I think you'll find it's not actually boiling - if that was the case it
would give off water vapour. The excess charge rate will be causing some
heating, but is actually splitting the water molecules - that's why
hydrogen and oxygen gases are given off. It just looks like it's boiling
because of the heat and the appearance of bubbles.
On 10/07/2011 13:29, Tim wrote:
> Thanks to all who replied!
> It is always a learning experience for me when I deal with a new issue
> with my Roadsters. (learning to be a petrol head one issue at at
> time.) I didn't know it was the actual boiling of a battery that
> caused the release of the dangerous gasses.
> I was told some years ago that you have not had a complete day until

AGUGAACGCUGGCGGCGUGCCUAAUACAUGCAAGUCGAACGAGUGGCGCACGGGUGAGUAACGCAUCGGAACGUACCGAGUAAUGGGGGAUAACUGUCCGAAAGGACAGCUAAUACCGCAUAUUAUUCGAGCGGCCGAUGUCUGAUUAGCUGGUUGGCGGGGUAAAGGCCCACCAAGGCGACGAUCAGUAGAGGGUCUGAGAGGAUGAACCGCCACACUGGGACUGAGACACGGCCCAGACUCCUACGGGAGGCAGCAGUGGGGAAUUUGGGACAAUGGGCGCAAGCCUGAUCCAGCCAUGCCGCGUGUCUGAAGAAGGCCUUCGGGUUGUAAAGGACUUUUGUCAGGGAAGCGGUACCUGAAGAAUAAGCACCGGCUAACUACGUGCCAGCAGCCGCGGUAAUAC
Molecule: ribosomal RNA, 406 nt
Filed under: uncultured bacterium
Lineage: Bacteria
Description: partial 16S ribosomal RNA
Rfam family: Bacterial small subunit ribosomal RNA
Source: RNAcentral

> you have learned something new. Yesterday was a comlete day!
> PEACE :-)
> On Sat, Jul 9, 2011 at 7:41 AM, Tim wrote:
>> Correct me if I am mistaken here:
>> When charging an automotive battery, it has to be in a well
>> ventilated space, correct?
>> If true, what about using a battery tender? Would it be at all
>> dangerous to have a battery tender hooked up to a car that gets
>> covered when in the garage?
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